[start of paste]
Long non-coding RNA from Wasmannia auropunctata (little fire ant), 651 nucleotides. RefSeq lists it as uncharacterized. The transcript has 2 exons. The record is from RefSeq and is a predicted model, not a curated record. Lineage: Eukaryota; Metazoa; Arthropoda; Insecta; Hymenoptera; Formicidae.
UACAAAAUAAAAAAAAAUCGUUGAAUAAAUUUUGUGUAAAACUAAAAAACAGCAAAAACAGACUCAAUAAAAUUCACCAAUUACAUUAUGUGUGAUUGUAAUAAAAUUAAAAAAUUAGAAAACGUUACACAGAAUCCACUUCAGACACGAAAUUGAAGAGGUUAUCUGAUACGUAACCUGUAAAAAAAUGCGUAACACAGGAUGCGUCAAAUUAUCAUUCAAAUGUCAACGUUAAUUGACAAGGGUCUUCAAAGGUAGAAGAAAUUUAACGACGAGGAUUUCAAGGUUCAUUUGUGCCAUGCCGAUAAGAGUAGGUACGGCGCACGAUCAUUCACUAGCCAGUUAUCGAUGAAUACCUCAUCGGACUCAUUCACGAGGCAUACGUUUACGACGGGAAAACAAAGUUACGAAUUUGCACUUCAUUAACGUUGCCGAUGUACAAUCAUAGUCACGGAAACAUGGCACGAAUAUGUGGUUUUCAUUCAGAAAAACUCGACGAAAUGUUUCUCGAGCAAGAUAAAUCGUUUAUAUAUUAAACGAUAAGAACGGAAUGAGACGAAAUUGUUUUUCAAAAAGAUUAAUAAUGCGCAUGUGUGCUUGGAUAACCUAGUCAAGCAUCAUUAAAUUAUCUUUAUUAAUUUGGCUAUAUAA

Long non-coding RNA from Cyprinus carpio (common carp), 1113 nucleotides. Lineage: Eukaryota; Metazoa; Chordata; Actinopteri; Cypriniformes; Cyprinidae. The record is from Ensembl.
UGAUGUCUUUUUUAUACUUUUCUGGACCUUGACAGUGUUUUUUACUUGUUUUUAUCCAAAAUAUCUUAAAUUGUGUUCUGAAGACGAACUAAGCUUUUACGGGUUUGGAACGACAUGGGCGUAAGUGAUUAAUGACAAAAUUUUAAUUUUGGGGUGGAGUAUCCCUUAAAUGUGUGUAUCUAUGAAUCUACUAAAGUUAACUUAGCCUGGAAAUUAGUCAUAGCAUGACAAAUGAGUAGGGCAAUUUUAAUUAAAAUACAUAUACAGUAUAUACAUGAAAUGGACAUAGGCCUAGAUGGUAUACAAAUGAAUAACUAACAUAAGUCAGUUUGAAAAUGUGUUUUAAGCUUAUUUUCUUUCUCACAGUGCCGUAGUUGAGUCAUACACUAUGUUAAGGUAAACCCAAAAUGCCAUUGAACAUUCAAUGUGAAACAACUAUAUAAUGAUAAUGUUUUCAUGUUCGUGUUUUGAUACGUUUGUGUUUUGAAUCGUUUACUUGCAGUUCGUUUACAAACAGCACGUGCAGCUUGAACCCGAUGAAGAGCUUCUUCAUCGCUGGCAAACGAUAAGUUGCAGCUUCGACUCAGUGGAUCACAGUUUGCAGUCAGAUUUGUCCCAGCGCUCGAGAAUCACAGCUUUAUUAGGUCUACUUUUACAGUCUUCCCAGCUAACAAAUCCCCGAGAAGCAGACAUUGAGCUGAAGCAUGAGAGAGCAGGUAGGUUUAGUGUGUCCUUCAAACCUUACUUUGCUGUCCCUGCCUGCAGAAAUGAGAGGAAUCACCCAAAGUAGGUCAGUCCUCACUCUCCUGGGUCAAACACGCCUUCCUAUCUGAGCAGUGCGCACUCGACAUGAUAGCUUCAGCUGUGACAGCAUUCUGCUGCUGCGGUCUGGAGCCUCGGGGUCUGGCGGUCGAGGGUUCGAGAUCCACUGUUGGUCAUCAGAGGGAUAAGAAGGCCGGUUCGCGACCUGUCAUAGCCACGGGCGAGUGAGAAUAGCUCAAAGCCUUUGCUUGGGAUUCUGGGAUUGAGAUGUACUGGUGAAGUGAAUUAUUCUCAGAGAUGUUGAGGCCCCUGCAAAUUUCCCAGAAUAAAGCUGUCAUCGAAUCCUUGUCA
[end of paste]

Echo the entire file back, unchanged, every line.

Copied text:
Long non-coding RNA from Wasmannia auropunctata (little fire ant), 651 nucleotides. RefSeq lists it as uncharacterized. The transcript has 2 exons. The record is from RefSeq and is a predicted model, not a curated record. Lineage: Eukaryota; Metazoa; Arthropoda; Insecta; Hymenoptera; Formicidae.
UACAAAAUAAAAAAAAAUCGUUGAAUAAAUUUUGUGUAAAACUAAAAAACAGCAAAAACAGACUCAAUAAAAUUCACCAAUUACAUUAUGUGUGAUUGUAAUAAAAUUAAAAAAUUAGAAAACGUUACACAGAAUCCACUUCAGACACGAAAUUGAAGAGGUUAUCUGAUACGUAACCUGUAAAAAAAUGCGUAACACAGGAUGCGUCAAAUUAUCAUUCAAAUGUCAACGUUAAUUGACAAGGGUCUUCAAAGGUAGAAGAAAUUUAACGACGAGGAUUUCAAGGUUCAUUUGUGCCAUGCCGAUAAGAGUAGGUACGGCGCACGAUCAUUCACUAGCCAGUUAUCGAUGAAUACCUCAUCGGACUCAUUCACGAGGCAUACGUUUACGACGGGAAAACAAAGUUACGAAUUUGCACUUCAUUAACGUUGCCGAUGUACAAUCAUAGUCACGGAAACAUGGCACGAAUAUGUGGUUUUCAUUCAGAAAAACUCGACGAAAUGUUUCUCGAGCAAGAUAAAUCGUUUAUAUAUUAAACGAUAAGAACGGAAUGAGACGAAAUUGUUUUUCAAAAAGAUUAAUAAUGCGCAUGUGUGCUUGGAUAACCUAGUCAAGCAUCAUUAAAUUAUCUUUAUUAAUUUGGCUAUAUAA

Long non-coding RNA from Cyprinus carpio (common carp), 1113 nucleotides. Lineage: Eukaryota; Metazoa; Chordata; Actinopteri; Cypriniformes; Cyprinidae. The record is from Ensembl.
UGAUGUCUUUUUUAUACUUUUCUGGACCUUGACAGUGUUUUUUACUUGUUUUUAUCCAAAAUAUCUUAAAUUGUGUUCUGAAGACGAACUAAGCUUUUACGGGUUUGGAACGACAUGGGCGUAAGUGAUUAAUGACAAAAUUUUAAUUUUGGGGUGGAGUAUCCCUUAAAUGUGUGUAUCUAUGAAUCUACUAAAGUUAACUUAGCCUGGAAAUUAGUCAUAGCAUGACAAAUGAGUAGGGCAAUUUUAAUUAAAAUACAUAUACAGUAUAUACAUGAAAUGGACAUAGGCCUAGAUGGUAUACAAAUGAAUAACUAACAUAAGUCAGUUUGAAAAUGUGUUUUAAGCUUAUUUUCUUUCUCACAGUGCCGUAGUUGAGUCAUACACUAUGUUAAGGUAAACCCAAAAUGCCAUUGAACAUUCAAUGUGAAACAACUAUAUAAUGAUAAUGUUUUCAUGUUCGUGUUUUGAUACGUUUGUGUUUUGAAUCGUUUACUUGCAGUUCGUUUACAAACAGCACGUGCAGCUUGAACCCGAUGAAGAGCUUCUUCAUCGCUGGCAAACGAUAAGUUGCAGCUUCGACUCAGUGGAUCACAGUUUGCAGUCAGAUUUGUCCCAGCGCUCGAGAAUCACAGCUUUAUUAGGUCUACUUUUACAGUCUUCCCAGCUAACAAAUCCCCGAGAAGCAGACAUUGAGCUGAAGCAUGAGAGAGCAGGUAGGUUUAGUGUGUCCUUCAAACCUUACUUUGCUGUCCCUGCCUGCAGAAAUGAGAGGAAUCACCCAAAGUAGGUCAGUCCUCACUCUCCUGGGUCAAACACGCCUUCCUAUCUGAGCAGUGCGCACUCGACAUGAUAGCUUCAGCUGUGACAGCAUUCUGCUGCUGCGGUCUGGAGCCUCGGGGUCUGGCGGUCGAGGGUUCGAGAUCCACUGUUGGUCAUCAGAGGGAUAAGAAGGCCGGUUCGCGACCUGUCAUAGCCACGGGCGAGUGAGAAUAGCUCAAAGCCUUUGCUUGGGAUUCUGGGAUUGAGAUGUACUGGUGAAGUGAAUUAUUCUCAGAGAUGUUGAGGCCCCUGCAAAUUUCCCAGAAUAAAGCUGUCAUCGAAUCCUUGUCA